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Mathematical model captures structural changes in eye’s circulation

Scottsdale, Ariz. (September 14, 2019)—A new mathematical model may help doctors learn more about the risk factors and causes of glaucoma, including the mechanisms affecting blood flow to the eye. The research will be presented today at the American Physiological Society (APS) Interface of Mathematical Models and Experimental Biology: Role of the Microvasculature Conference in Scottsdale, Ariz.

Mathematical modeling approaches in the study of glaucoma disparities among people of African and European descents, G. Guidoboni, et al., Journal of Coupled Systems and Multiscale Dynamics, Vol. 1(1) (2013) 1-21.Glaucoma is a progressive disease that causes damage to the optic nerve in the eye. Abnormally high pressure of fluids in the eye (intraocular pressure or IOP) may lead to glaucoma and can cause irreversible vision loss if not treated. However, clinicians may not always know the underlying cause of increases in IOP or understand how changes in IOP affect the rate of blood flow (blood velocity) in the eye.

Using data from scientific literature on IOP and measurements of the diameter, thickness and elasticity of the vessel walls inside the eye, researchers developed a reduced-dimension model of ocular circulation to simulate blood velocity and vessel deformation. Reduced-dimension models use geometric shapes, lines and points to represent blood vessels and other physiological structures. This kind of model captures the main mechanisms of body systems while solving the given problem easily and quickly on a computer, providing results that could be integrated in a clinical setting.

This model can be used as a “virtual toolbox” to help eye clinicians learn more about the mechanisms and factors that contribute to the development and progression of conditions such as glaucoma, explained Lucia Carichino, PhD, of the Rochester Institute of Technology in New York. Carichino’s model indicates that the tiny blood vessels in the eye (venules) get smaller as IOP increases. The venules’ reduced diameter then affects circulation in the central retinal artery, a larger vessel that provides nutrients to the eye and is often used to measure ocular blood flow.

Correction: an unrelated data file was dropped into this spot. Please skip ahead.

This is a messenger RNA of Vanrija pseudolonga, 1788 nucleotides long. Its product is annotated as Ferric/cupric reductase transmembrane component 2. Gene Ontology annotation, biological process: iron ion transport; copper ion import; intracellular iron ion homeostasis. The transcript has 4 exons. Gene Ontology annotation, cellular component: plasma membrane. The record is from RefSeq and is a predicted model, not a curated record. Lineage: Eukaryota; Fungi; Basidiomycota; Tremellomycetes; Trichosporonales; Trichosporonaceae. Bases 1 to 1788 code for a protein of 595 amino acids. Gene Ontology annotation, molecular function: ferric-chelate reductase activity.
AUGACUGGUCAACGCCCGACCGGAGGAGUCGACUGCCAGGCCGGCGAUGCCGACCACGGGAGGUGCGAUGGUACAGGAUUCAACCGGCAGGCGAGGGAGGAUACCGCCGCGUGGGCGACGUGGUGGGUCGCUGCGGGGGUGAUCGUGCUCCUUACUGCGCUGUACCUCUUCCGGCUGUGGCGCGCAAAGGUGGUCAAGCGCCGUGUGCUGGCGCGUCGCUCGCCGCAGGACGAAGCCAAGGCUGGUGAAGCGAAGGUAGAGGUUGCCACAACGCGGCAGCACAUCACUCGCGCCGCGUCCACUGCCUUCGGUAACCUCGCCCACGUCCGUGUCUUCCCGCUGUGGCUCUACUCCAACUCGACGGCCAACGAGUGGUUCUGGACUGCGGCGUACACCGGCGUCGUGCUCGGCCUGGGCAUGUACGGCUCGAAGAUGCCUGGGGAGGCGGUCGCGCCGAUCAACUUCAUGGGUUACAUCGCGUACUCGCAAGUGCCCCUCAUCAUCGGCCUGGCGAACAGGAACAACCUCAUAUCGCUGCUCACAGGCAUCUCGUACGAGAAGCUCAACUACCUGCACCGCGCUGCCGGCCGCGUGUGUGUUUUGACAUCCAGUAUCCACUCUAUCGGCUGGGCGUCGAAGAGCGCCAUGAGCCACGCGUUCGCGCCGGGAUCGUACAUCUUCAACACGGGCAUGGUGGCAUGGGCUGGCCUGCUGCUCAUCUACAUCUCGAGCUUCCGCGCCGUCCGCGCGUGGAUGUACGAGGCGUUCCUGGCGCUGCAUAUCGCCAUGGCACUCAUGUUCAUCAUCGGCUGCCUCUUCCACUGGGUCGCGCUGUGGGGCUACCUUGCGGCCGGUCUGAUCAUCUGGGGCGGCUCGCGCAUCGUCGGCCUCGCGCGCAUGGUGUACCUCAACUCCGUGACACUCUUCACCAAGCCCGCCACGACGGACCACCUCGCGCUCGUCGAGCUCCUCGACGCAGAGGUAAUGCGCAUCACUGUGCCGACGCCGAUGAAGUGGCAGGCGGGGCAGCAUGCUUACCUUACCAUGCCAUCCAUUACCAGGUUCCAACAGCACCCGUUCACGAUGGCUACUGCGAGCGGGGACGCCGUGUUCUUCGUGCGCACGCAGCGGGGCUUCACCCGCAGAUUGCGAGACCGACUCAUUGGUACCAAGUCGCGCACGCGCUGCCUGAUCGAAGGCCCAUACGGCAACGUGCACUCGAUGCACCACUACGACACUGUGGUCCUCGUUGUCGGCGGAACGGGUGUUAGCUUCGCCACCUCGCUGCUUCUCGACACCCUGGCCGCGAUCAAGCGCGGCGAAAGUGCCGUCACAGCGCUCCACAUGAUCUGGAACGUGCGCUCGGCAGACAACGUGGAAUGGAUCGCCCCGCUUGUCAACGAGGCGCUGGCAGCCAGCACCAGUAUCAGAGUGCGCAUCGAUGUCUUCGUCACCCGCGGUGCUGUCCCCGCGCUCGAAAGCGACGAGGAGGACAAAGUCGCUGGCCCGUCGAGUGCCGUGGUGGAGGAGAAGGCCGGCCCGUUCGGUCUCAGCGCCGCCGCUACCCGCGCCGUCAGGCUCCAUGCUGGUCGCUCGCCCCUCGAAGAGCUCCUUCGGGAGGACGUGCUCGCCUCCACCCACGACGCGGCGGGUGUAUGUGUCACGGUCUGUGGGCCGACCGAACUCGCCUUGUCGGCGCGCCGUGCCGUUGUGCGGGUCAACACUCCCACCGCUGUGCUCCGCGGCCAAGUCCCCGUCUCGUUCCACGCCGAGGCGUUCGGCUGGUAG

“Mathematical tools can be used in synergy with clinical data to significantly advance the understanding of the mechanisms that affect the blood flow in the eye,” Carichino said. The use of this model “suggests that the retinal microvasculature, in particular retinal venules, plays a fundamental role in studying ocular blood flow,” she added.

Lucia Carichino, PhD, of the Rochester Institute of Technology in New York, will present the abstract, “Modeling the effect of retinal microvasculature on ocular hemodynamics” in the symposium “Retinal microcirculation” on Saturday, September 14, at the Scottsdale Plaza Resort.

NOTE TO JOURNALISTS: The APS Interface of Mathematical Models and Experimental Biology Conference: Role of the Microvasculature will be held September 11–14 in Scottsdale, Ariz. To schedule an interview with the conference organizers or presenters, contact the APS Communications Office or 301.634.7314. Find more research highlights in the APS News Room.

Physiology is the study of how molecules, cells, tissues and organs function in health and disease. Established in 1887, the American Physiological Society (APS) was the first U.S. society in the biomedical sciences field. The Society represents more than 10,000 members and publishes 15 peer-reviewed journals with a worldwide readership.

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